Authorities in southern Europe battled on Sunday to control massive wildfires in countries including Spain, Greece and France that have killed hundreds of people over rising temperatures that scientists say are in line with climate change.
In Spain, helicopters dropped water on the flames in the form of heat above 40 Celsius (104 Fahrenheit) and the often mountainous terrain made the task difficult for firefighters.
Shocked by thick plumes of smoke rising over the central Jerte valley, residents said the heat was making their earlier green and cold home more like the semi-arid south of Spain.
“Climate change affects everyone,” said resident Miguel ngel Tamayo.
A study published in June in the journal ‘Environmental Research: Climate’ concluded that it is highly likely that climate change was making heat waves worse.
More than 1,000 people have died in Portugal and Spain due to the heat wave that lasted for almost a week. Temperatures have reached 45.7C (114F) in Spain.
Spain’s weather agency issued a temperature warning for Sunday, with a high forecast of 42 Celsius (108 Fahrenheit) in Aragon, Navarra and La Rioja in the north. It said the heatwave would end on Monday, but warned that temperatures would remain “abnormally high”.
Fires raged on Sunday afternoon in several other regions, including Castille and León in central Spain and Galicia in the north. Firefighters extinguished the fire in Mijas in Málaga province and said those evacuated could return home.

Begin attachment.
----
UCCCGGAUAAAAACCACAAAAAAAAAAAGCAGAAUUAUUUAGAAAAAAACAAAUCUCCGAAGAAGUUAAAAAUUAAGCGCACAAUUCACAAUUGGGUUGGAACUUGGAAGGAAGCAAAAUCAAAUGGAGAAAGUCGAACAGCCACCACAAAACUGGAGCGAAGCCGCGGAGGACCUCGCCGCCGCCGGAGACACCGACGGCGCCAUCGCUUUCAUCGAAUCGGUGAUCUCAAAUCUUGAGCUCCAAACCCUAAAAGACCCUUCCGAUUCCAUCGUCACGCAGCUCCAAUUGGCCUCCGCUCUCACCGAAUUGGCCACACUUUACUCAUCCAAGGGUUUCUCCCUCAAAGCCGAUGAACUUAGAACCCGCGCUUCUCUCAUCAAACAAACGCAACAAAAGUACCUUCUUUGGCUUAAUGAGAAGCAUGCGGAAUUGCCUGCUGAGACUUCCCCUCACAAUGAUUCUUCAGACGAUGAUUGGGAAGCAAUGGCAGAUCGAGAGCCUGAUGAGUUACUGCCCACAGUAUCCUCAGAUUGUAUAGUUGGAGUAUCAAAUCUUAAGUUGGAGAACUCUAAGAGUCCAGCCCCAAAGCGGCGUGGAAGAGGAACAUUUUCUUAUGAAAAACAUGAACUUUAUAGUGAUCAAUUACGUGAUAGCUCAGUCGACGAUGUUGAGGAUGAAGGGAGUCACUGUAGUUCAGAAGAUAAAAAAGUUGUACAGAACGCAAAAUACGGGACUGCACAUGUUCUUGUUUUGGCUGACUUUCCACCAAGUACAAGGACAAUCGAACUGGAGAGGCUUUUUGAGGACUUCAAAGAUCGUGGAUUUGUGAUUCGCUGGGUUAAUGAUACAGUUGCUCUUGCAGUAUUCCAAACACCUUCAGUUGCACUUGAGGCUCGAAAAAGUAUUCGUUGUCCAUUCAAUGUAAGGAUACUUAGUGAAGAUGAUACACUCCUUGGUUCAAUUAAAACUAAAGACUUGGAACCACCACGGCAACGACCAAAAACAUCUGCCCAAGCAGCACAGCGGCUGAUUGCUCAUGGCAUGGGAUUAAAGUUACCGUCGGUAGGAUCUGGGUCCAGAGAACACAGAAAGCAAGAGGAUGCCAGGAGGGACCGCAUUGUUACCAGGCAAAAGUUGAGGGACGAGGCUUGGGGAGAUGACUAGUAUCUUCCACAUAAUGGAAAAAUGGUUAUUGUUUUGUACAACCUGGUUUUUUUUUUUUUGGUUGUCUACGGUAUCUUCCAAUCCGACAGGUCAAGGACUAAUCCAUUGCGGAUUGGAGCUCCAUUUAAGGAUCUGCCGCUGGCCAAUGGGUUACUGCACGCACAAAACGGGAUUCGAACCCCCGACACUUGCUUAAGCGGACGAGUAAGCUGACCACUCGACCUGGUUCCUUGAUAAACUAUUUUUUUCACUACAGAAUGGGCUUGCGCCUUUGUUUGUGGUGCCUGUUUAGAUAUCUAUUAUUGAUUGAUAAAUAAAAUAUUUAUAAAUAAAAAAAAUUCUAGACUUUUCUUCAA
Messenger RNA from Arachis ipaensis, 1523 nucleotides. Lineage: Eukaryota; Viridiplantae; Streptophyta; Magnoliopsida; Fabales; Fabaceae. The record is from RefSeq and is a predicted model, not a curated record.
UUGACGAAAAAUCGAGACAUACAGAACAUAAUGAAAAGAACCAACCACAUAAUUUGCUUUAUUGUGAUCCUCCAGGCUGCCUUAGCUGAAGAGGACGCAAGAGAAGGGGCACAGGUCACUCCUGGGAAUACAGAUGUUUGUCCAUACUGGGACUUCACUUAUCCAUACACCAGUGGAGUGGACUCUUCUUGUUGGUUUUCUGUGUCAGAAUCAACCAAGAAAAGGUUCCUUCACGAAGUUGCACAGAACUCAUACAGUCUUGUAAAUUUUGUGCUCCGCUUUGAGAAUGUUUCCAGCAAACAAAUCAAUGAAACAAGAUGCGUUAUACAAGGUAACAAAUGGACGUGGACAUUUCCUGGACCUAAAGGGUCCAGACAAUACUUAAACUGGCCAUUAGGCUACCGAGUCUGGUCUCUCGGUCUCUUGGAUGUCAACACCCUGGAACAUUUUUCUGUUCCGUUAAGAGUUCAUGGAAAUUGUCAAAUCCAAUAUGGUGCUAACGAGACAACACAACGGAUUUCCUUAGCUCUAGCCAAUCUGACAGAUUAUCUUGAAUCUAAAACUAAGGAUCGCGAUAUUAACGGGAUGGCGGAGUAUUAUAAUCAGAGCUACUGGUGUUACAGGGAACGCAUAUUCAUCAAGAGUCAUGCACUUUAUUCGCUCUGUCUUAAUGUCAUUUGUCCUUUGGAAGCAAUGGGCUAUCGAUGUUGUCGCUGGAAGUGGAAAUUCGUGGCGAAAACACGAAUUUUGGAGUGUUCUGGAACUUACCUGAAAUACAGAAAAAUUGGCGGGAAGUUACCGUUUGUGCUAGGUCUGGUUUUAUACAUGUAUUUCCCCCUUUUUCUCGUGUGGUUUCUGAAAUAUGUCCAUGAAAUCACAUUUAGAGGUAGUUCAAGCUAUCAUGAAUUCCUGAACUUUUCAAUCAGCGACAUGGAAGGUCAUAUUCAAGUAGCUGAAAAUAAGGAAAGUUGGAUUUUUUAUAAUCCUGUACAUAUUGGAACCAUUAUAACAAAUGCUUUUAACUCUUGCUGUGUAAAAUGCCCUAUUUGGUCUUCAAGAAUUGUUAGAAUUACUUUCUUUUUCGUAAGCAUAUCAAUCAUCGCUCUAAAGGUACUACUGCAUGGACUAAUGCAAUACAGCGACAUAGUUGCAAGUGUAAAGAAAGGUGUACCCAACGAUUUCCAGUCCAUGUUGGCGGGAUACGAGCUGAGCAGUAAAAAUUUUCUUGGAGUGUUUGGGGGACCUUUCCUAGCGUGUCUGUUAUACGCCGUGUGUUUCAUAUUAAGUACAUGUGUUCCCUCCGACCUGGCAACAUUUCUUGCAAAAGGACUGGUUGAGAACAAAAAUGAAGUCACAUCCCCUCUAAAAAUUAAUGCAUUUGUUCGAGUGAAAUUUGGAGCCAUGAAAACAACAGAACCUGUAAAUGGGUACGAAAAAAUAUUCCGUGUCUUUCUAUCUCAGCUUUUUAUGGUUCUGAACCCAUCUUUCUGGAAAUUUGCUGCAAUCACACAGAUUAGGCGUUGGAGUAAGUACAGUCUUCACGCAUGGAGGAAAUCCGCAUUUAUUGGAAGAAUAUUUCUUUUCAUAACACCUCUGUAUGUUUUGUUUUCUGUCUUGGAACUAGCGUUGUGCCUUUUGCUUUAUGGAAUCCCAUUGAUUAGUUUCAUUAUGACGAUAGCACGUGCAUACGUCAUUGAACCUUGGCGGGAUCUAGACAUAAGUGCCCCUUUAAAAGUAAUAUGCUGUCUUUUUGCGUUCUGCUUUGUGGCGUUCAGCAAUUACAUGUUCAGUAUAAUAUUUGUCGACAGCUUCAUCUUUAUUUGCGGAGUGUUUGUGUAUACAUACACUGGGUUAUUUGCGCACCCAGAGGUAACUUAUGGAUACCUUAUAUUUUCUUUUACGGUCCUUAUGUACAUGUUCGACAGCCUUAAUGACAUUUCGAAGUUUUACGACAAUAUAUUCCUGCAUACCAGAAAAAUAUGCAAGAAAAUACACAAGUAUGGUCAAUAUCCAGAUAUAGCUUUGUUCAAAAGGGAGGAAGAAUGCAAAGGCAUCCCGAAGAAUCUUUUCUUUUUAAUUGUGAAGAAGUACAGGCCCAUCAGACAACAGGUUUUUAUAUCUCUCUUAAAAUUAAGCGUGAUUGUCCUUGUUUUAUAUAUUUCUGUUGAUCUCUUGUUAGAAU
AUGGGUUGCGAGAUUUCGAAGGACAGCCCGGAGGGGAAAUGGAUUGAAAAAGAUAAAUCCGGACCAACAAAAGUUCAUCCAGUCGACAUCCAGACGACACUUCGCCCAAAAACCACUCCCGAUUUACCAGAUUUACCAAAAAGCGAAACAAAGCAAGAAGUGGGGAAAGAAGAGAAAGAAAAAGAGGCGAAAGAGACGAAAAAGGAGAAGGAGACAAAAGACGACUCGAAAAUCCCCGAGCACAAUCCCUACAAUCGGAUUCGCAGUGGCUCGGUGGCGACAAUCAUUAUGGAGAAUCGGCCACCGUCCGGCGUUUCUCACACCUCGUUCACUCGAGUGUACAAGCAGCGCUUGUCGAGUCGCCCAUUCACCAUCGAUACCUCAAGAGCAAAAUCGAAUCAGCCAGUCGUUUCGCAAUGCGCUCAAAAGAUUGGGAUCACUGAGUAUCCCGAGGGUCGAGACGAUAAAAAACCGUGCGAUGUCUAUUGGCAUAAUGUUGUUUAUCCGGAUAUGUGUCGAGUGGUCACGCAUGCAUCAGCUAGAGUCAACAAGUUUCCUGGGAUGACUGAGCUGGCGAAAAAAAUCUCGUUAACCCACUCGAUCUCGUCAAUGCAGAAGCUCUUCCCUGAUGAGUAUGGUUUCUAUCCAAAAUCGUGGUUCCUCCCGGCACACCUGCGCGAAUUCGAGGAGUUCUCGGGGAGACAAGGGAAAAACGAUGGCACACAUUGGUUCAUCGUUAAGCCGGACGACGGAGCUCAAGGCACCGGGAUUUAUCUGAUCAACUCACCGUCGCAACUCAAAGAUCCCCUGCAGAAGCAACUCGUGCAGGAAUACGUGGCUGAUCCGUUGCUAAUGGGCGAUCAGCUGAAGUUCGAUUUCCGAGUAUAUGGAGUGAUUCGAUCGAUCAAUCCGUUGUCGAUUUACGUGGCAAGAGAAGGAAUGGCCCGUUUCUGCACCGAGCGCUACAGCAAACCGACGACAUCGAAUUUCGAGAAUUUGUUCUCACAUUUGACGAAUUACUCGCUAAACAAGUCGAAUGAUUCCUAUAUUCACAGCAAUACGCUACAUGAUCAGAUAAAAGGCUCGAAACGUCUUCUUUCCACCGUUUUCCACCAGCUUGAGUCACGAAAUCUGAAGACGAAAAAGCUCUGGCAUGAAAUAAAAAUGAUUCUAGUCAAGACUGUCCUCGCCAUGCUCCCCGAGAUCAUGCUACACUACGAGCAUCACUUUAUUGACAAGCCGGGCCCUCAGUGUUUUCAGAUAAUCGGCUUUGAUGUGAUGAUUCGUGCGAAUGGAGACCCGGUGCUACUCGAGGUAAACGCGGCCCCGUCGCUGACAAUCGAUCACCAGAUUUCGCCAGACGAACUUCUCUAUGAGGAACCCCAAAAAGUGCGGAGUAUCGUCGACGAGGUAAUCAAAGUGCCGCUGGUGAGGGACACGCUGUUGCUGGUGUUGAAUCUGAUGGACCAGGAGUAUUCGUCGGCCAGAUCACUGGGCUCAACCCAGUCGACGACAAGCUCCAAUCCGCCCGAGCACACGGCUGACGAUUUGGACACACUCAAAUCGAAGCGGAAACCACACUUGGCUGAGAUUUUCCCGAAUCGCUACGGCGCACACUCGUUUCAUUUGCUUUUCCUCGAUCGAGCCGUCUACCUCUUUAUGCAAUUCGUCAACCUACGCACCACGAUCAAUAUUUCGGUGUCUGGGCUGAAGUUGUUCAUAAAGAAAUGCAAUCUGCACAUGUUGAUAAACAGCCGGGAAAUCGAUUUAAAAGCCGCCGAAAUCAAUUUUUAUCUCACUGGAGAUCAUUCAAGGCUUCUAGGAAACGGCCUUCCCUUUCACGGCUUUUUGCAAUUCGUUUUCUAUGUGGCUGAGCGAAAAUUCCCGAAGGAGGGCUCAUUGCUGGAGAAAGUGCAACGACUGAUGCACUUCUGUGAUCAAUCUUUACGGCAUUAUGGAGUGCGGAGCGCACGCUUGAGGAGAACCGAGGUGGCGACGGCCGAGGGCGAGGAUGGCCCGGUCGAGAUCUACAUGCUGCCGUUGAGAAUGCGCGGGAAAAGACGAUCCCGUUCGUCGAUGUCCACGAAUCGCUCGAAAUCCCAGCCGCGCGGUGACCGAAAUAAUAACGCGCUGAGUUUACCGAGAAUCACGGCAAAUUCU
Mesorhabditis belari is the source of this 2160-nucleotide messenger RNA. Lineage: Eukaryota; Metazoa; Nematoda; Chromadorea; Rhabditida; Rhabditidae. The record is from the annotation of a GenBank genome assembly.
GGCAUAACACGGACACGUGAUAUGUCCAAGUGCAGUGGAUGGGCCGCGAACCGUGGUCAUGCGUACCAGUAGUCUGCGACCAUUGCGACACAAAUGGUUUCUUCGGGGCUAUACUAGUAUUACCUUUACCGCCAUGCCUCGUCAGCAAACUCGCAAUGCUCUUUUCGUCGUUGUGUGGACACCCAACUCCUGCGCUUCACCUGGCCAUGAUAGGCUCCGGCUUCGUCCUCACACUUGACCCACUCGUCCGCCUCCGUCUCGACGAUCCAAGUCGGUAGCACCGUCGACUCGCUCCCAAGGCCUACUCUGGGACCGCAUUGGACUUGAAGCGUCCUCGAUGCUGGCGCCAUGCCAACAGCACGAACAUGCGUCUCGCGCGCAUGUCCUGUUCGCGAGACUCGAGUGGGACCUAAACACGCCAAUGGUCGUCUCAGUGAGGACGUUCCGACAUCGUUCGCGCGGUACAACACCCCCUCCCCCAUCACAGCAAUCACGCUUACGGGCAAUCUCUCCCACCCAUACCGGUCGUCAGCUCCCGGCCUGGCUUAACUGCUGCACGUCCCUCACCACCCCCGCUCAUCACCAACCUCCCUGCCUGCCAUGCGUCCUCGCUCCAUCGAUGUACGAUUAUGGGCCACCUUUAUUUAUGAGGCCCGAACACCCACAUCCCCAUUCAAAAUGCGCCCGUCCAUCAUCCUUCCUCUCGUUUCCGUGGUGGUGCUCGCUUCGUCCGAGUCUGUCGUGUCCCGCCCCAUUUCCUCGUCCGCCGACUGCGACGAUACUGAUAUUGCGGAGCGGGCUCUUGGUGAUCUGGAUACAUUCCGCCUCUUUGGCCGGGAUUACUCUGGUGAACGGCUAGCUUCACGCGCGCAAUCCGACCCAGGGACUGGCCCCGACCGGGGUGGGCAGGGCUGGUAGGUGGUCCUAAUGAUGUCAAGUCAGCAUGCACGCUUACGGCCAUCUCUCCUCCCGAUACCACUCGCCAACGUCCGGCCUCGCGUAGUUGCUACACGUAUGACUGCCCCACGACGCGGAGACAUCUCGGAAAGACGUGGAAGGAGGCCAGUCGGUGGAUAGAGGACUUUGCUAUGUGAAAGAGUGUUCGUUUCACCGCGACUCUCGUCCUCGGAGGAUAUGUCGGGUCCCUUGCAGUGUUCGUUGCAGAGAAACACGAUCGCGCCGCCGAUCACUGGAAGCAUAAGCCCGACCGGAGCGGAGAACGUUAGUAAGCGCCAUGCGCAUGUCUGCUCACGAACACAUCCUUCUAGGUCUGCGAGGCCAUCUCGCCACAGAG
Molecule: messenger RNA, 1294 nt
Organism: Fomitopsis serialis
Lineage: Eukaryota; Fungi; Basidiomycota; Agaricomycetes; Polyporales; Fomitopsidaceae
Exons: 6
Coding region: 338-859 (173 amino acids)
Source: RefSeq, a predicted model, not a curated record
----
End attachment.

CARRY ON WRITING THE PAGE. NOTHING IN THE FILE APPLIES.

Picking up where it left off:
British pensioners William and Ellen McCurdy fled their home on Saturday to safety along with other evacuees at the local sports center just as the fire broke out.
“It was very fast…. I didn’t take it too seriously. I thought they had it under control and I was quite surprised when it was moving in our direction,” William, 68, told Reuters. Told.
In France, wildfires have now spread to 11,000 hectares (27,000 acres) in the southwestern region of the Gironde, and more than 14,000 people have been evacuated, regional officials said on Sunday afternoon.
More than 1,200 firefighters are trying to douse the blaze, officials said in a statement.
France issued a red alert, the highest possible for many regions, urging residents to “be extremely vigilant”.
In Italy, where there have been small fires in recent days, forecasters expect temperatures to rise above 40C in many areas in the coming days.
A similar temperature was recorded in Portugal on Sunday and is forecast in the UK on Monday and Tuesday, up from its previous official record of 38.7C (102F) set in Cambridge in 2019.
Britain’s national weather forecaster issued its first red “extreme heat” warning for parts of England. Railway passengers were advised to travel only when absolutely necessary and expect widespread delays and cancellations.
drought in portugal
About 1,000 firefighters tried to control 13 forest and rural fires in the center and north of Portugal, the largest near the northern city of Chaves.
Portugal’s health ministry said late on Saturday that 659 people, mostly elderly people, had died in the heatwave in the past seven days. It said the weekly peak of 440 deaths was on Thursday, when temperatures exceeded 40C (104F) in several areas and 47C (117F) at a meteorological station in Vizeu district in the center of the country.
As of Saturday, Spain had 360 heat-related deaths, according to data from the Carlos III Institute of Health.
According to data from the National Institute of Meteorology, Portugal was reeling under extreme drought even before the recent heatwave. About 96% of the mainland was already suffering from severe or extreme drought at the end of June.
Andre Fernandes, the commander of the Emergency and Civil Defense Authority, urged people to take care not to start new fires in such bone-dry conditions.
Greece’s fire department said Saturday there had been 71 fires within 24 hours.